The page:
Desperado edged out certain cards, but a vast majority of the criminal consoles are binder fodder with or without desperado in the pool, the difference is the question went from “why play logos over desperado?” to “Why play criminal over anything else?”. Several cards also were only playable because desperado was in the format. Ever run sec testing without desp? it’s the world’s shittiest opus. Several of the cards put together made a critical mass that was too strong, but most of the cards themselves were not detrimental to the game.

Parasite, medium, sansan, jackson and desperado may all be above the curve slightly numbers wise, but a slightly nerfed version would be much healthier for the game than the current binder fodder they were replaced with. Powerful cards that you can build around are good for the game and allow new strategies, currently there’s very few available strategies at a high level and it makes deckbuilding extremely dull.

I’ve spoken to several high level players that all say the meta is terrible but slowly improving. I’m the current north american champion and one of 7 people to ever win a card design, as a high level player, the meta at worlds was garbage, kitara has improved it but it’s still not good. Core 2 was great for casual players but it makes high end play very shallow. Saying “Nuh-uh” and ignoring it doesn’t prove my statement wrong

I mentioned that kitara has improved things, and it has, just not enough. Runner options are currently remote camp into indexing/ddm or turning wheel, and yet runner is too strong for most corps. Corp options are rush and hope or hope you win the Estrike/fc coinflip. There is much less player agency in winning than in basically any previous metagame.


I’m upgrading the initial Mildish Hot Take to a qualified Hot Take, for those keeping track.


To be honest, I had always been wondering why anyone would consider Netrunner a good game for high level competitive play. I really enjoy playing the game on a casual level, but at a tournament? No, thanks.

Given that, I mostly consider Core Set 2.0 and the rotation of ‘old staples’ a good thing.


Deep yomi mind games, creativity and expresivity in play and deckbuilding, ease of deck swapping, high skill ceiling, feels good to brain the runner.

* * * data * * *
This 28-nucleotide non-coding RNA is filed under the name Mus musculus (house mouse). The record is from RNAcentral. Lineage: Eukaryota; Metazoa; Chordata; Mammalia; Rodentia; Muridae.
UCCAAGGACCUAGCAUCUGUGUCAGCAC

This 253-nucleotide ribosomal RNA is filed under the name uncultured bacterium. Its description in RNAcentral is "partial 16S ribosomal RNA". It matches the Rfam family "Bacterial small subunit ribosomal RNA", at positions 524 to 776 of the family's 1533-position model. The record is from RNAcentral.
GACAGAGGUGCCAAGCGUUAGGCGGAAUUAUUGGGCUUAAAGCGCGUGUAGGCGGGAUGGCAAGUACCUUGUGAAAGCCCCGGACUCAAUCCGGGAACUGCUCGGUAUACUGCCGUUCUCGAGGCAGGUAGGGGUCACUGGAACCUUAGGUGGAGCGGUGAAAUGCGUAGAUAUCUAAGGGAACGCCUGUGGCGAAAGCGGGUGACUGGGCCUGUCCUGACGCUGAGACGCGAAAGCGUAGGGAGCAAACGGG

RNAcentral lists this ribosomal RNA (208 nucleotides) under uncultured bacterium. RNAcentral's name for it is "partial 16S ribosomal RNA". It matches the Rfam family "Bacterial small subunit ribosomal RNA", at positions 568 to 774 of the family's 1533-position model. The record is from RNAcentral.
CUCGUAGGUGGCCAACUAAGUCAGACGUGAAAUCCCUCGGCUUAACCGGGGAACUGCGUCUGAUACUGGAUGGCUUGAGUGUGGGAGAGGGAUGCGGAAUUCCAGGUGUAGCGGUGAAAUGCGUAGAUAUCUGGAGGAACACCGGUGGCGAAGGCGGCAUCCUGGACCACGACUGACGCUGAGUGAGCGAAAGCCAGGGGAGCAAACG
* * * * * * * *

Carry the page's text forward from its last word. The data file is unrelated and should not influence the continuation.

At the highest level just prior to rotation there was often a lot of choices to be made which came down to 1) What could that threat be followed by 2) Do I have the means to respond and 3) Can I deal with any consequences of either responding to or ignoring that threat?

Right now the runner isn’t nearly as reactive or pressured by the corp, so often the runner can ignore most threats until the corp gets to 4/5 points at which point they’re set up and can fully respond to almost anything the corp throws at them. There’s no devastating never advanced Breaking News plays which force the runner to run before they’re ready. Against Moon’s (admittedly not great right now) you’re not worried about face checking their ice T1 because you don’t have to worry about whether it’s FC3 or Architect. You just know that worst case it’s architect and deal with it. Sure they get some tempo, but you kept them off a whole lot more by preventing Moons from building up.


I’ve played ~ 200 games since worlds. I think that losing Jackson is okay, but his loss has made a larger hole that needs filling I mostly like the current MWL but I have some #hotTakes

The corp cannot control the pace of the game

For the most part the runner has more control of the pace of the game, both from ID/deck choice to initiating runs on servers. For the most part it is hard to get the runner to engage with corps, with a large amount of viable control runners(Wu cold ones/Sunny/419/Clanarch) that are rewarded significantly by the reduced power of rush corps. With the loss of the deep draw of Howard, Corp decks can often fail to provide the pressure needed to keep up with agendas.

The power of runner draw and the lack of corp draw significantly favors runner silver bullets

This has always been true, but its most apparent now. Digging deep for the card you need as a corp can lead to easy flooding and the runner normally has easier ways to recur and find the bullets. Runner draw is as good as ever, and the conspiracy breakers in particular reward deep digging and trashing that the corp simply cannot do